Start a Creative Blog in 5 Simple Steps. Want to get started with Blogging as a Creative Business? The first thing you need to do is set up a website and blog!
This post is Lesson One of my free Blogging as a Creative Business Course
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Start a Creative Blog in 5 Simple Steps
Because there are so many free detailed tutorials online for how to set up a blog, I’m not going to get super detailed here, but I would like to go over the basics steps with you and tell you about the services I use. Keep in mind, the goal here is blogging as a business so the services I use are chosen with that goal. And because I just got this second blog up and running, these are all steps I’ve gone through again over the past week!
Step One: Deciding On a Business Name
Deciding on a business name is arguably the hardest step. Be sure to do some research to make sure the name you chose isn’t already in use, trademarked, and that a domain name that makes sense is available. This step can take some time, and that’s ok. Your name choice is the basis of your brand and will likely be a part of your logo, so it’s a really important decision.
I ultimately went with my name for Dawn Nicole Designs, because every other name idea I came up with was already in use. For this site, I lucked out and the URL and social media handles for @dawnnicoleco were all available. It seemed like a sign, so I jumped on snagging them all up and starting this website.
Step Two: Purchase a Domain Name (URL)
For this site, I really wanted DawnNicole.com…until I saw that the owners of that domain are asking nearly $20,000 for it. Yikes. I saw DawnNicole.co was available for just $12. That I can handle. Sold.
Prior to actually buying the domain, I did a quick check on the main social media outlets and Pinterest to make sure I could get @dawnnicoleco for all of them. This is always a good thing to consider when deciding on a domain.
I have purchased all my domain names via Bluehost.com.
Step Three: Choose a Hosting Service
This is what enables your blog to show up on the Internet. When I first started out, I used Bluehost.com because it’s super affordable. I have no complaints about them, but being that it’s a huge company, the customer service isn’t as speedy and personalized at the hosting company I now use, OrangeGeek.
Their cheapest plan is around $50 a month and worth every penny. They fix issues before I even know I have them and have even helped me fix things on weekends, the middle of the night, etc. Their level of customer service is unparalleled.
If you can swing the $50 a month, go for OrangeGeek. If not start with Bluehost, and move to OrangeGeek when your budget allows for it. That’s what I did!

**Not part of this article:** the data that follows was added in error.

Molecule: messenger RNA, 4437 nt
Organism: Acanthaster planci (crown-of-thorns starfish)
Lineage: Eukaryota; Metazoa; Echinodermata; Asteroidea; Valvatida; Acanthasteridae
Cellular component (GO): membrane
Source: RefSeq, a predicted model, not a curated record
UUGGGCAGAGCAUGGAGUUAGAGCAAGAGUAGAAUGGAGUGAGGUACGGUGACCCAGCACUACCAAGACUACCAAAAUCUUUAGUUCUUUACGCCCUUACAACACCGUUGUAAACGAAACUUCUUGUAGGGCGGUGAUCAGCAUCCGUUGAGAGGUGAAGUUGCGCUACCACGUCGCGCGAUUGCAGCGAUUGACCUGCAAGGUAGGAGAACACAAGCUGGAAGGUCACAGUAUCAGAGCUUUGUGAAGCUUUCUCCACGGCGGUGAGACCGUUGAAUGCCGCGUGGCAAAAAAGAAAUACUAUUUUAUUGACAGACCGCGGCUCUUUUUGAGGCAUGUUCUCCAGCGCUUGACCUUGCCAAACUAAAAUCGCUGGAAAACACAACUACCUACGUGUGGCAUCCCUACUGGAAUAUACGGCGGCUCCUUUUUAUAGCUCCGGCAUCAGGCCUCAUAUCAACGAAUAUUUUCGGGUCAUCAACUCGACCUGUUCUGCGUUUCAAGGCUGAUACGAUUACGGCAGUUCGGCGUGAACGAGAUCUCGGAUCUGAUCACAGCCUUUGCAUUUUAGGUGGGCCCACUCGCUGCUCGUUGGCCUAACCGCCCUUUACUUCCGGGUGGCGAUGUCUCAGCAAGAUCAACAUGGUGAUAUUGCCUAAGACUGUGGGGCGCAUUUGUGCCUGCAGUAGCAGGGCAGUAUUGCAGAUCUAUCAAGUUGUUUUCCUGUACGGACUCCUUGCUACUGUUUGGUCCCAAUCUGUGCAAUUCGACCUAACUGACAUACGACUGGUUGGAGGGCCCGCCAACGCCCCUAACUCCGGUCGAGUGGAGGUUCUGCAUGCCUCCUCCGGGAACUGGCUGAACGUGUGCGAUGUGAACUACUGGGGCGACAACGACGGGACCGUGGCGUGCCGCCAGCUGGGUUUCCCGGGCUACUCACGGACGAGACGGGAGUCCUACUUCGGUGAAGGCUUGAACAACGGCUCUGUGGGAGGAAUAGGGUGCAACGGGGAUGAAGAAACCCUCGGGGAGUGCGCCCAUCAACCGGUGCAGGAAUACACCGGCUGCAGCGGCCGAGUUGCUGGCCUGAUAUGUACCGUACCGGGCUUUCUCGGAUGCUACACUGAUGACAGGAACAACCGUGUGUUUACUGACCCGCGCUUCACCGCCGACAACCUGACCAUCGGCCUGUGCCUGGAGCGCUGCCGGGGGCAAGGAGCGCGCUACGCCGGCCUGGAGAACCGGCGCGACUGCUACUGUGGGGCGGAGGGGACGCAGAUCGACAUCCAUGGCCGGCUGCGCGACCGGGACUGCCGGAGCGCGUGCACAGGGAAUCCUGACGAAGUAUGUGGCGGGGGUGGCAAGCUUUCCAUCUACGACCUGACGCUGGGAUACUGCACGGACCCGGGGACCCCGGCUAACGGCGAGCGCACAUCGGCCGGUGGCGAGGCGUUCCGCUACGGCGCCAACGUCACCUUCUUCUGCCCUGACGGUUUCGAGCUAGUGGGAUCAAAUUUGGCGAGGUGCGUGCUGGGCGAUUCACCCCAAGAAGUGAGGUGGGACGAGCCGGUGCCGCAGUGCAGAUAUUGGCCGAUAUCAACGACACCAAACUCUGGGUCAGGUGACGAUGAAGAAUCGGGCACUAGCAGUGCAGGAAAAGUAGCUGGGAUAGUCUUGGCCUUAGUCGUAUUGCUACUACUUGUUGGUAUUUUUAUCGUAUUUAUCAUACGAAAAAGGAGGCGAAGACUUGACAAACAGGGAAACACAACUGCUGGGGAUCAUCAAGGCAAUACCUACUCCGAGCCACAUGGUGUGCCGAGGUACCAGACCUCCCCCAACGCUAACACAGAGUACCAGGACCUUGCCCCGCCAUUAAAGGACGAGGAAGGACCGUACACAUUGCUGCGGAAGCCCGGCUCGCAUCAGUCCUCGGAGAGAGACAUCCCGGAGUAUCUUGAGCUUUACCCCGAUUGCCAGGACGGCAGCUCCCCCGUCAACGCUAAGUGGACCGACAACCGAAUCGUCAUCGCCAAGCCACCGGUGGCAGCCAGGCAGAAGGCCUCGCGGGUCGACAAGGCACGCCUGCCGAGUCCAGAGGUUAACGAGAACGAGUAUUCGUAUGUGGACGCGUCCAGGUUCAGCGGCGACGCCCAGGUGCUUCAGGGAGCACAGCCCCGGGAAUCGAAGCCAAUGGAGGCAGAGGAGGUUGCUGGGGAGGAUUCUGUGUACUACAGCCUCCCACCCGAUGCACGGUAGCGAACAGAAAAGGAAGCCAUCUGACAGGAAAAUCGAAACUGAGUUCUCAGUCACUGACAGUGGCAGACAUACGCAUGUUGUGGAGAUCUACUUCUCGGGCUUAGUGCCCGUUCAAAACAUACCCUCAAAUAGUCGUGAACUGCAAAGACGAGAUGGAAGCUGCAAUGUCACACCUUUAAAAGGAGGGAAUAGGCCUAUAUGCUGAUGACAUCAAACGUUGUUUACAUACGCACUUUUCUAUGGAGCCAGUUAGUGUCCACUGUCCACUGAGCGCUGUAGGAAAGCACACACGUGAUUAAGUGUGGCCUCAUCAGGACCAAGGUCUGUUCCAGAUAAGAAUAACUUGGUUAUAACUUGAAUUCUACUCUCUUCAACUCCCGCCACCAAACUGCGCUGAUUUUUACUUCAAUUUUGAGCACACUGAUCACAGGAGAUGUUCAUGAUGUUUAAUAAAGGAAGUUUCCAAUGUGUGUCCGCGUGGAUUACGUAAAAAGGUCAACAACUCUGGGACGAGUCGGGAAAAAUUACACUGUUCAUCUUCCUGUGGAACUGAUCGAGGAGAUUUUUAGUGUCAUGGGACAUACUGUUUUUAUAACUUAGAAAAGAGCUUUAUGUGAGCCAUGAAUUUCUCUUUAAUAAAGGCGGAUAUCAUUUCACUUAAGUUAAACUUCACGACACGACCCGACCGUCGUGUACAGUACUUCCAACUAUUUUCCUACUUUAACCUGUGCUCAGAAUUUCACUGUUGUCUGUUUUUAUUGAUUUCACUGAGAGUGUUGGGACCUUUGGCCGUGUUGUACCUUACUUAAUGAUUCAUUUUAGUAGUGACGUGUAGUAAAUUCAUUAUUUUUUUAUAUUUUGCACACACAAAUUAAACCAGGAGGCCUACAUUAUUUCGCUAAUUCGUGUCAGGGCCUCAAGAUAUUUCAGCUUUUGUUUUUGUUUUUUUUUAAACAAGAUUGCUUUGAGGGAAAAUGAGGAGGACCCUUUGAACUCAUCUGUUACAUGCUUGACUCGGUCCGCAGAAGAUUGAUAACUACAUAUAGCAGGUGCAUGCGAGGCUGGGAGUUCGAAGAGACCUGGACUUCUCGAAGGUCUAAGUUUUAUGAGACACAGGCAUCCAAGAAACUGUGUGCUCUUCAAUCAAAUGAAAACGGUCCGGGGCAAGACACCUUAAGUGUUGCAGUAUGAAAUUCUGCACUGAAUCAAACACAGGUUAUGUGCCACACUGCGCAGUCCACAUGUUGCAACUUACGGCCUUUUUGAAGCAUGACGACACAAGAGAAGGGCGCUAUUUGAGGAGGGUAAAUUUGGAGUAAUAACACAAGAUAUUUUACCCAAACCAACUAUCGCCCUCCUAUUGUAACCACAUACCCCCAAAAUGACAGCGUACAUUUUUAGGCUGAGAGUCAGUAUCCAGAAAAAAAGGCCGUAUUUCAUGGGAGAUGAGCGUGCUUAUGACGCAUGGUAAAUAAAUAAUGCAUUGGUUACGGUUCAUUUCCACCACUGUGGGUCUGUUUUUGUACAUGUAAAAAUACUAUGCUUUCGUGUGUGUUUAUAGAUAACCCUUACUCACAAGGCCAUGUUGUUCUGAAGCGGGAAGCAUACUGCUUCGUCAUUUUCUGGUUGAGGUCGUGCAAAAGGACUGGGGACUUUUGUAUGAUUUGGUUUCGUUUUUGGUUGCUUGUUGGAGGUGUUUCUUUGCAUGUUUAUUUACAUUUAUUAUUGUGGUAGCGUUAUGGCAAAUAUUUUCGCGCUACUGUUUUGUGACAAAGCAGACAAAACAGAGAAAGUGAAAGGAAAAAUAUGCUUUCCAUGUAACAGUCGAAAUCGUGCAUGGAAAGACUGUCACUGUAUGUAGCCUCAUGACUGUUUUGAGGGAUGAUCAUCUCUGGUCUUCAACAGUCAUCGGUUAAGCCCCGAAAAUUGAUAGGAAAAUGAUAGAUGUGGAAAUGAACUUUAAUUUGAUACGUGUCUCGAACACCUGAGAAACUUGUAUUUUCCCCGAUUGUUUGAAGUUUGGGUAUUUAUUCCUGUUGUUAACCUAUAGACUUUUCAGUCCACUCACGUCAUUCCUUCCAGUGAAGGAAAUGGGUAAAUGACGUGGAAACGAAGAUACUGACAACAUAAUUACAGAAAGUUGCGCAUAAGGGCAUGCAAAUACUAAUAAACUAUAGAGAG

Tip: Be sure to ask your host to set you up on HTTPS.
Long story short, this will appease Google and you really want to make Google happy!
Step Four: Choose a Blog Platform (WordPress)
Trust me when I say that you want to use WordPress if making money on your blog is your goal. WordPress.org is what you’ll want for a self-hosted blog like what you see here on my site.
Step Five: Make it Pretty
There are plenty of free options you can start with for your WordPress Theme (site design). Most run on the Genesis Framework, which you can get here.
Both my site design templates were purchased from Lindsey at Pretty Darn Cute Designs. I always opt for the 24 Hour Install, which is handled by Susan. If you’re not super techy, you’ll definitely want to take advantage of this option.
After that’s set up, you just start customizing the theme with your own logo, photos, posts, etc.Blogging as a Business: How to Start a Creative Blog in 5 Simple Steps!Click To Tweet
You’re ready to blog!
This entire site took about 72 hours to get up and running with the above steps. When you get stuck, Google is your friend. And don’t be afraid to email your host and ask for help if you need it. I’m not super great with the backend of blogging, so if I can do it, you can too!
And that’s it! You’re ready to start blogging. You’ll still need to get set up as an official business, but the major parts of that are not usually necessary until you start bringing in enough income to be taxable. I’m not a lawyer, so it’s always best to consult with one (or even Google) for the details on how to get registered as a business in your state/county.
This post is part of my free Blogging as a Creative Business e-Course. For more lessons:
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